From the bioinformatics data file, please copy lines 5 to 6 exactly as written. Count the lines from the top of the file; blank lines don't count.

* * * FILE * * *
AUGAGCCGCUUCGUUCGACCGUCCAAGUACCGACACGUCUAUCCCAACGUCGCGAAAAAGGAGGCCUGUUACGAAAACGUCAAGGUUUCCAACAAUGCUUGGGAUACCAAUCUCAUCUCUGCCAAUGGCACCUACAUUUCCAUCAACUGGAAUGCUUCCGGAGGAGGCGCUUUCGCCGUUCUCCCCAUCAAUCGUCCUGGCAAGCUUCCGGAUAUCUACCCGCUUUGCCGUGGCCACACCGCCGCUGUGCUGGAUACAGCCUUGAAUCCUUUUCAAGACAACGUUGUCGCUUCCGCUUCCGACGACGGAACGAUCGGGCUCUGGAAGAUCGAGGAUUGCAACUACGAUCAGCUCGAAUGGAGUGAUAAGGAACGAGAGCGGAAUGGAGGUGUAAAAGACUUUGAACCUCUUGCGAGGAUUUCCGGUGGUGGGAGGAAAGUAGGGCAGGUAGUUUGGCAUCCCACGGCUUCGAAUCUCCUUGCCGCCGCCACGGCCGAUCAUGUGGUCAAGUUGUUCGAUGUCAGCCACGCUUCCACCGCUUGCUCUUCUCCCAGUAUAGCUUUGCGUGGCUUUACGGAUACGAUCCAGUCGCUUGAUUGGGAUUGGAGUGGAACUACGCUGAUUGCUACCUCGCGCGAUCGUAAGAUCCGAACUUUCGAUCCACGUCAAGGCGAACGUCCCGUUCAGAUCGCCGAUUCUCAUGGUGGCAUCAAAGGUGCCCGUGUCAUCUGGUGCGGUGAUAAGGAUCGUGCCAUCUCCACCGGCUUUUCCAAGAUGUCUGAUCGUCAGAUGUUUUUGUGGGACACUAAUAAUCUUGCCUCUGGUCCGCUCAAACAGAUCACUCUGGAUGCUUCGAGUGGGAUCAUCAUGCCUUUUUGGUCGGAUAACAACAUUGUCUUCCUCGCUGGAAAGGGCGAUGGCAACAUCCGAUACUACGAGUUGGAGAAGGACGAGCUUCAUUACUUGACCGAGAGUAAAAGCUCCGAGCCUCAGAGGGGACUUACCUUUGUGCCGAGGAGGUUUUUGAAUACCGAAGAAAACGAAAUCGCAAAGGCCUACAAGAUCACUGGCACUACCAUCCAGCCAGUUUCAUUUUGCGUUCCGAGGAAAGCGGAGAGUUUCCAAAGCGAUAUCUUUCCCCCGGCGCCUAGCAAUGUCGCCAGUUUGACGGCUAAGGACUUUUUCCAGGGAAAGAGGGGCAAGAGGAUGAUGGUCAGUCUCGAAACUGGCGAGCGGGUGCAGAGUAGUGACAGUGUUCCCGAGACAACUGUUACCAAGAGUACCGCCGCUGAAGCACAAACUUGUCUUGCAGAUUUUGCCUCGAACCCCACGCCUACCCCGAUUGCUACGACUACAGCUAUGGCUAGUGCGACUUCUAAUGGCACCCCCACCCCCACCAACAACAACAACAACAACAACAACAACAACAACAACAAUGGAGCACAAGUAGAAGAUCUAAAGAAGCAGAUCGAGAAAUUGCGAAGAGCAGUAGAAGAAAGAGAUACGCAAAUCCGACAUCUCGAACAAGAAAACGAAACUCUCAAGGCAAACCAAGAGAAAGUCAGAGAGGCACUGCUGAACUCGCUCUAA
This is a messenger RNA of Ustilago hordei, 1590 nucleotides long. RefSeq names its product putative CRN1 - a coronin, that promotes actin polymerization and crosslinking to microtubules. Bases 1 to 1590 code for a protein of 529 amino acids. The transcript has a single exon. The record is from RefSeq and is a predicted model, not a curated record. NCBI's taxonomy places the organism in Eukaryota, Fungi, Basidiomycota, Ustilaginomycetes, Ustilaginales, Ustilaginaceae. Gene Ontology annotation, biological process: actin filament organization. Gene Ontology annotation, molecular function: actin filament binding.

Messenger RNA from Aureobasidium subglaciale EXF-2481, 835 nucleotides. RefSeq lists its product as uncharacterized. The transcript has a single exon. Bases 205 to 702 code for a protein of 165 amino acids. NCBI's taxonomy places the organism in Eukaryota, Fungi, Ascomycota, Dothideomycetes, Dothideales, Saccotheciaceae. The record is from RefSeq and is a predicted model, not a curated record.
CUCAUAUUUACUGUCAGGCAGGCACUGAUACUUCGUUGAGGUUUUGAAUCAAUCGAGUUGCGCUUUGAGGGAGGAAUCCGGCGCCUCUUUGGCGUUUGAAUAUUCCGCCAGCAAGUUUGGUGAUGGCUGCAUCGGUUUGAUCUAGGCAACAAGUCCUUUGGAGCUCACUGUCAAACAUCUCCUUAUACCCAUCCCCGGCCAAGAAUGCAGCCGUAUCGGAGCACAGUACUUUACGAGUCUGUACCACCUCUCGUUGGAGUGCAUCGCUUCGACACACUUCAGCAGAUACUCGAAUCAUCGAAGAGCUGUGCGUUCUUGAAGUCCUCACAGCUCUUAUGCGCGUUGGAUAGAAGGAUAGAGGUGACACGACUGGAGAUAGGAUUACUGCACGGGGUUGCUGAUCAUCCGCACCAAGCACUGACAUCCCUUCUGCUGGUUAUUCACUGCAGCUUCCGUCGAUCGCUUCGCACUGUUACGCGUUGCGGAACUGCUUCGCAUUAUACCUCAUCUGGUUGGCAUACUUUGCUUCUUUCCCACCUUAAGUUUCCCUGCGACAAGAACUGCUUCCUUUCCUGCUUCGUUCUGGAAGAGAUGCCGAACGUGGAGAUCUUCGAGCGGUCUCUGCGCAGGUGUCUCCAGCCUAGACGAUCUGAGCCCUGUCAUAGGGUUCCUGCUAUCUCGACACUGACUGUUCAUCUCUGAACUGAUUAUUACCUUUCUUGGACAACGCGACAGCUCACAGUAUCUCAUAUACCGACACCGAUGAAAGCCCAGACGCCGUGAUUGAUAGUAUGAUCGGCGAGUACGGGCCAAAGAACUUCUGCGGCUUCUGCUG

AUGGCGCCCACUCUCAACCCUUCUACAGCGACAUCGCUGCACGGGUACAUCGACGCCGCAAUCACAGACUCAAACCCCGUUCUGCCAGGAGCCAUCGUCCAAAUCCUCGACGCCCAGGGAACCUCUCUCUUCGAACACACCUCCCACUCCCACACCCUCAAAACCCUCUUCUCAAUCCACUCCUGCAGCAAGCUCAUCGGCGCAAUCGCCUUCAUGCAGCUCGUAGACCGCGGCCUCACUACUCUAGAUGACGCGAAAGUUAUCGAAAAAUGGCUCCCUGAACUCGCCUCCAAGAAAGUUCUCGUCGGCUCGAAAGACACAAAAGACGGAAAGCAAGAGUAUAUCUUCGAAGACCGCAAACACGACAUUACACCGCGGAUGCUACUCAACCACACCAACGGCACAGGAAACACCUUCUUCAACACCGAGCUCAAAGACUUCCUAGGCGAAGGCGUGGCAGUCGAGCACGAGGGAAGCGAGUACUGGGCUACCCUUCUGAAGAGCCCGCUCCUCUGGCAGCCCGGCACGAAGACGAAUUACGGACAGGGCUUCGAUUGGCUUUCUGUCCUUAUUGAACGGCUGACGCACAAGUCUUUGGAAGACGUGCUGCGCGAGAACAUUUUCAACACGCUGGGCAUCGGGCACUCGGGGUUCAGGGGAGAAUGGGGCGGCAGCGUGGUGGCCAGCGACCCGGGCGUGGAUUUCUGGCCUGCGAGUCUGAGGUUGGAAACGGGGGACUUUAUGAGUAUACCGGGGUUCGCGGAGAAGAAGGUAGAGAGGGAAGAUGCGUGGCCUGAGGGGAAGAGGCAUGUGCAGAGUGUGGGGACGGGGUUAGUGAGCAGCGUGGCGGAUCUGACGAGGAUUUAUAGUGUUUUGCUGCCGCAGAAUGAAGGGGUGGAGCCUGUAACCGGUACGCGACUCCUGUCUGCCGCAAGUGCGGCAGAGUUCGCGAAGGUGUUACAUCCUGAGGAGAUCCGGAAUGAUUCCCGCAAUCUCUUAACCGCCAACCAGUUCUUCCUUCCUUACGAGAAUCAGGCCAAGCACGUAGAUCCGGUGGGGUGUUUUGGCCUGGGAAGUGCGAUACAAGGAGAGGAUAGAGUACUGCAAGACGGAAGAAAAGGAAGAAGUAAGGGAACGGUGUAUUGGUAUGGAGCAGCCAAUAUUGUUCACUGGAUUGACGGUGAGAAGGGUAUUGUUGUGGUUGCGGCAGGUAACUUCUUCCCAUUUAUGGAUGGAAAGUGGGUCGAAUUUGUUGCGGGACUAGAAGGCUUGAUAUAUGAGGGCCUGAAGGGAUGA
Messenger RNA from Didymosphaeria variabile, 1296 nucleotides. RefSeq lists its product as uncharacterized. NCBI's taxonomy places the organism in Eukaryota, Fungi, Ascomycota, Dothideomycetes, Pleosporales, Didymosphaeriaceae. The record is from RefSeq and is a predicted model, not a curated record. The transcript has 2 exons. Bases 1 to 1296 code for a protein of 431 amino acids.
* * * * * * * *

AUGGCGCCCACUCUCAACCCUUCUACAGCGACAUCGCUGCACGGGUACAUCGACGCCGCAAUCACAGACUCAAACCCCGUUCUGCCAGGAGCCAUCGUCCAAAUCCUCGACGCCCAGGGAACCUCUCUCUUCGAACACACCUCCCACUCCCACACCCUCAAAACCCUCUUCUCAAUCCACUCCUGCAGCAAGCUCAUCGGCGCAAUCGCCUUCAUGCAGCUCGUAGACCGCGGCCUCACUACUCUAGAUGACGCGAAAGUUAUCGAAAAAUGGCUCCCUGAACUCGCCUCCAAGAAAGUUCUCGUCGGCUCGAAAGACACAAAAGACGGAAAGCAAGAGUAUAUCUUCGAAGACCGCAAACACGACAUUACACCGCGGAUGCUACUCAACCACACCAACGGCACAGGAAACACCUUCUUCAACACCGAGCUCAAAGACUUCCUAGGCGAAGGCGUGGCAGUCGAGCACGAGGGAAGCGAGUACUGGGCUACCCUUCUGAAGAGCCCGCUCCUCUGGCAGCCCGGCACGAAGACGAAUUACGGACAGGGCUUCGAUUGGCUUUCUGUCCUUAUUGAACGGCUGACGCACAAGUCUUUGGAAGACGUGCUGCGCGAGAACAUUUUCAACACGCUGGGCAUCGGGCACUCGGGGUUCAGGGGAGAAUGGGGCGGCAGCGUGGUGGCCAGCGACCCGGGCGUGGAUUUCUGGCCUGCGAGUCUGAGGUUGGAAACGGGGGACUUUAUGAGUAUACCGGGGUUCGCGGAGAAGAAGGUAGAGAGGGAAGAUGCGUGGCCUGAGGGGAAGAGGCAUGUGCAGAGUGUGGGGACGGGGUUAGUGAGCAGCGUGGCGGAUCUGACGAGGAUUUAUAGUGUUUUGCUGCCGCAGAAUGAAGGGGUGGAGCCUGUAACCGGUACGCGACUCCUGUCUGCCGCAAGUGCGGCAGAGUUCGCGAAGGUGUUACAUCCUGAGGAGAUCCGGAAUGAUUCCCGCAAUCUCUUAACCGCCAACCAGUUCUUCCUUCCUUACGAGAAUCAGGCCAAGCACGUAGAUCCGGUGGGGUGUUUUGGCCUGGGAAGUGCGAUACAAGGAGAGGAUAGAGUACUGCAAGACGGAAGAAAAGGAAGAAGUAAGGGAACGGUGUAUUGGUAUGGAGCAGCCAAUAUUGUUCACUGGAUUGACGGUGAGAAGGGUAUUGUUGUGGUUGCGGCAGGUAACUUCUUCCCAUUUAUGGAUGGAAAGUGGGUCGAAUUUGUUGCGGGACUAGAAGGCUUGAUAUAUGAGGGCCUGAAGGGAUGA
Messenger RNA from Didymosphaeria variabile, 1296 nucleotides. RefSeq lists its product as uncharacterized. NCBI's taxonomy places the organism in Eukaryota, Fungi, Ascomycota, Dothideomycetes, Pleosporales, Didymosphaeriaceae. The record is from RefSeq and is a predicted model, not a curated record. The transcript has 2 exons. Bases 1 to 1296 code for a protein of 431 amino acids.